nRCT Cohen et al 199754  61 ↓ Lower distress in the digital technology group 
  Time series Kaur et al 201785  60 ↓ Lower distress in the digital technology group 
Any digital technology versus conventional (nondigital) distraction     
 Behavioral measures of pain     
  RCT Nilsson et al 2013109  40 ↓ Lower pain in the digital technology group 
  nRCT Gedam et al 201366  240 ↑ In 2 nRCTs (n = 278), the effect of digital technologies versus usual care was equivocal 
Knight et al 201889  38 ↓ 
 Self-reported distress     
  nRCT Prabhakar et al 2007115  40 ↔ No difference between groups 
 Behavioral measures of distress    
  RCT Berenson et al 1998a43  46 ↔ No difference between digital technology versus active play groups but lower distress in the digital technology group versus passive play 
Berenson 1998b43  43 ↓ 
  nRCT Knight et al 201889  38 ↔ No difference between groups 
DesignAuthor and ynFindingsInterpretation
Any digital technology versus usual care     
 Self-reported pain     
  RCT Sharar et al 2007123  NR ↓ In 3 of 4 RCTs (n > 86), pain was lower in the digital technology versus the usual care group; 1 RCT revealed no difference between groups 
Stinley et al 2015125  40 ↔ 
Atzori et al 201836  22 ↓ 
Atzori et al 201837  24 ↓ 
Mott et al 2008105  NR ↓ 
  nRCT Chaturvedi et al 201651  40 ↓ In 7 of 9 nRCTs (n = 481), pain was lower in the digital technology versus the usual care group; 2 nRCTs revealed no difference between groups 
Cohen et al 199754  61 ↓ 
Kohli and Sobiya 201590  60 ↓ 
Hussein 2015a76  37 ↓ 
Hussein 2015b76  38 ↓ 
Lessi et al 201193  65 ↔ 
Lobo and Umarani 2013106  60 ↓ 
Nilsson et al 2009110  42 ↔ 
Piskorz 2018114  38 ↓ 
Yoo et al 2011134  40 ↓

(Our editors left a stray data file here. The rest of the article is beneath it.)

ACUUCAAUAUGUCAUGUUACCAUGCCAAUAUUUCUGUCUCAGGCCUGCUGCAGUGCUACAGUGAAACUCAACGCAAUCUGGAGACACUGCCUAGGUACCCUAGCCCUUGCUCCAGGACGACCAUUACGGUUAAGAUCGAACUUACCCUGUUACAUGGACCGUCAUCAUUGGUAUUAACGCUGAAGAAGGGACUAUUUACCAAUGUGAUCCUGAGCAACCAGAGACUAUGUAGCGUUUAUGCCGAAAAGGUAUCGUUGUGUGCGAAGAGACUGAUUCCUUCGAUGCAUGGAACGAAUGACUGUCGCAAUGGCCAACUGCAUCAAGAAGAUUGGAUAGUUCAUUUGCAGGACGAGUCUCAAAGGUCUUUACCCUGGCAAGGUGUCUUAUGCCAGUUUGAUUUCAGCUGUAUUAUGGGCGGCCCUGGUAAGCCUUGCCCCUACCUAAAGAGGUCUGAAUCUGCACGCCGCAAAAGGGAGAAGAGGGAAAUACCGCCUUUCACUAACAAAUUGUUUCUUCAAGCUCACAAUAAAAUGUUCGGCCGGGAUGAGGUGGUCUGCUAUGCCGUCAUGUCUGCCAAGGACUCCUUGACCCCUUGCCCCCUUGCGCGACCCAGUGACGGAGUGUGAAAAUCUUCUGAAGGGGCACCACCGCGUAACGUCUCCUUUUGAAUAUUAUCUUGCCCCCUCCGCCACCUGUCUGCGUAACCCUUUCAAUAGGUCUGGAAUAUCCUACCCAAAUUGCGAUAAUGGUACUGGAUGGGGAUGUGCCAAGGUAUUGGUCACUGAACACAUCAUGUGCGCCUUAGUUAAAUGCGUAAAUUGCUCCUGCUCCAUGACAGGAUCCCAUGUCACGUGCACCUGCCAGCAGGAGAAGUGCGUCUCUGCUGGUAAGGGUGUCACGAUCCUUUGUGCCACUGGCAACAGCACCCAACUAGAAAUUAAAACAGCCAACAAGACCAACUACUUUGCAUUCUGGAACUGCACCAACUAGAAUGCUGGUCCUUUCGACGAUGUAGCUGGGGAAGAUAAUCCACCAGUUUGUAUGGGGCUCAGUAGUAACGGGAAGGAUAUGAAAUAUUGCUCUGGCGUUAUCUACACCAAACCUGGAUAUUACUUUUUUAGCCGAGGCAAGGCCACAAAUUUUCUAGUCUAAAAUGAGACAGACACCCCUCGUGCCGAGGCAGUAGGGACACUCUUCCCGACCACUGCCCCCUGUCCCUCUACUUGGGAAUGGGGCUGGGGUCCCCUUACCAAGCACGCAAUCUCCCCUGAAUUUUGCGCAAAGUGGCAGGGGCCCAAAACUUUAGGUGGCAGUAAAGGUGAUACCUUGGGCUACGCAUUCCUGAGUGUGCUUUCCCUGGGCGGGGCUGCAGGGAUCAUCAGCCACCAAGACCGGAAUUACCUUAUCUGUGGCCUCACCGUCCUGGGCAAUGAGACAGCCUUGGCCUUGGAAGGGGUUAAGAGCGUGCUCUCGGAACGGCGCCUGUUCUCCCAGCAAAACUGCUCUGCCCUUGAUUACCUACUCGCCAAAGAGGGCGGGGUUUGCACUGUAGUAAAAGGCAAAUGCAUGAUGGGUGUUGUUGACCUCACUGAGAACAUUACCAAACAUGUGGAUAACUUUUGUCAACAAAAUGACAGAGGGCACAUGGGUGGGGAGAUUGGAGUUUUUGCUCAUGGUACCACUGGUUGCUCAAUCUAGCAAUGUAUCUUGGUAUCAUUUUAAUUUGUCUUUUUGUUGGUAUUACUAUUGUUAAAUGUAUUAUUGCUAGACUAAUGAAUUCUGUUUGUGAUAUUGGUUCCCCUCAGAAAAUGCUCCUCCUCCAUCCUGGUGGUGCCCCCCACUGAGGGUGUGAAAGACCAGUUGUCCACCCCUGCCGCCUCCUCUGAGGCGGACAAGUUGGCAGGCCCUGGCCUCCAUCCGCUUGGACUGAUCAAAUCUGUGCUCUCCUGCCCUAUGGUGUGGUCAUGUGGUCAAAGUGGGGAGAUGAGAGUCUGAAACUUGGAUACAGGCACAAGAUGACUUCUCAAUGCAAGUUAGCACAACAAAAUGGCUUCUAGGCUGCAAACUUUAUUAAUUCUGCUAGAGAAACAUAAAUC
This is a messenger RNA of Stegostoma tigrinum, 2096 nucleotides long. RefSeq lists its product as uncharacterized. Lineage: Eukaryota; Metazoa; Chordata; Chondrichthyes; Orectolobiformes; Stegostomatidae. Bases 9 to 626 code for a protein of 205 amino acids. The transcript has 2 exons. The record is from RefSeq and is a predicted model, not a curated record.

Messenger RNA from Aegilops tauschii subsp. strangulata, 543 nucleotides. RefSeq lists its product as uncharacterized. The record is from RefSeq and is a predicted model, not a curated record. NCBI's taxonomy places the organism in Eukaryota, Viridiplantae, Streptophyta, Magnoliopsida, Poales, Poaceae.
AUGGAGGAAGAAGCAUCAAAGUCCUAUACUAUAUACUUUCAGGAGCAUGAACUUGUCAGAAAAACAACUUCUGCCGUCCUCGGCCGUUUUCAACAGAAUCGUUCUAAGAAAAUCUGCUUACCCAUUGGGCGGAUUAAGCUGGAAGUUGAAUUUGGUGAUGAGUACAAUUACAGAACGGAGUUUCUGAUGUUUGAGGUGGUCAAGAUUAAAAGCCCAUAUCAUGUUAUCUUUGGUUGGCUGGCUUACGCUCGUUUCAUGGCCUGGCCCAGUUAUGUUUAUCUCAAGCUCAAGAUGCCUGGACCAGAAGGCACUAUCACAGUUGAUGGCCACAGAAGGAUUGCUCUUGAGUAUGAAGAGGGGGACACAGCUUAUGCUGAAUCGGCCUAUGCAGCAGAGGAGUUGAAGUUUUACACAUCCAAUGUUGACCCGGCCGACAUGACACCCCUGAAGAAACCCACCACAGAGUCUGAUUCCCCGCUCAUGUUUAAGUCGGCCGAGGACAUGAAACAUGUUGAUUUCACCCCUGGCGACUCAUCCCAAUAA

Before-after studies Bansal et al 2018a40  60 ↓ In 2 before-after (n = 128) and 2 time series (n = 72) studies in which children were their own controls, the effect of digital technologies versus usual care was equivocal 
Bansal 2018b40  60 ↓ 
Guinot Jimeno et al 201472  68 ↔ 
  Time series Kaur et al 201785  60 ↓ In 2 before-after (n = 128) and 2 time series (n = 72) studies in which children were their own controls, the effect of digital technologies versus usual care was equivocal 
van Twillert et al 2007128  12 ↔ 
 Observer-reported pain     
  nRCT Hussein 2015a76  37 ↓ In 2 nRCTs (n = 115), pain was lower in the digital technology versus the usual care group 
Hussein 2015b76  38 ↓ 
Yoo et al 2011134  40 ↓ 
 Behavioral measures of pain     
  nRCT Devi et al 201660  32 NR In 6 nRCTs (n = 499), pain was lower in the digital technology versus the usual care group; 1 nRCT showed no difference between groups, and in another, the effect was not tested statistically 
Gedam et al 201366  230 ↓ 
Gupta et al 201473  70 ↓ 
Lessi et al 2011a93  65 ↓ 
Lessi 2011b93  65 ↓ 
Maharjan et al 201798  60 ↓ 
Nilsson et al 2009110  42 ↔ 
  Before-after studies Bansal et al 2018a40  60 ↓ In 2 before-after studies (n = 110) in which children were their own controls, pain was lower in the digital technology versus the usual care group 
Bansal 2018b40  60 ↓ 
James et al 201279  50 ↓ 
 Self-reported distress     
  RCT Rickert et al 1994a116  21 ↔ In 2 RCTs (n = 98), there was no difference in distress between groups 
Rickert 1994b116  22 ↔ 
Venham et al 1981129  55 ↔ 
  nRCT Nilsson et al 2009110  42 ↔ In 2 of 3 nRCTs (n = 120), there was no difference in distress between groups 
Piskorz and Czub 2018114  38 ↓ 
Prabhakar et al 2007115  40 ↔ 
  Before-after studies Bansal et al 2018a40  60 ↔ In 1 of the 2 before-after (n = 128) and 2 time series (n = 34) studies in which children were their own controls, there was no difference in distress between groups; 1 study found lesser distress among 8–10 y olds in the digital technology versus the usual care group 
Bansal 2018b40  60 ↓ 
Guinot Jimeno et al 201472  68 ↔ 
  Time series Schneider and Workman 1999121  22 ↔ In 1 of the 2 before-after (n = 128) and 2 time series (n = 34) studies in which children were their own controls, there was no difference in distress between groups; 1 study found lesser distress among 8–10 y olds in the digital technology versus the usual care group 
van Twillert et al 2007128  12 ↔ 
 Observer-reported distress     
  RCT Venham et al 1981129  55 ↔ No difference between groups 
  nRCT Sullivan et al 2000126  60 ↔ No difference between groups 
  Cross-sectional Shahid et al 2015122  103 ↔ No difference between groups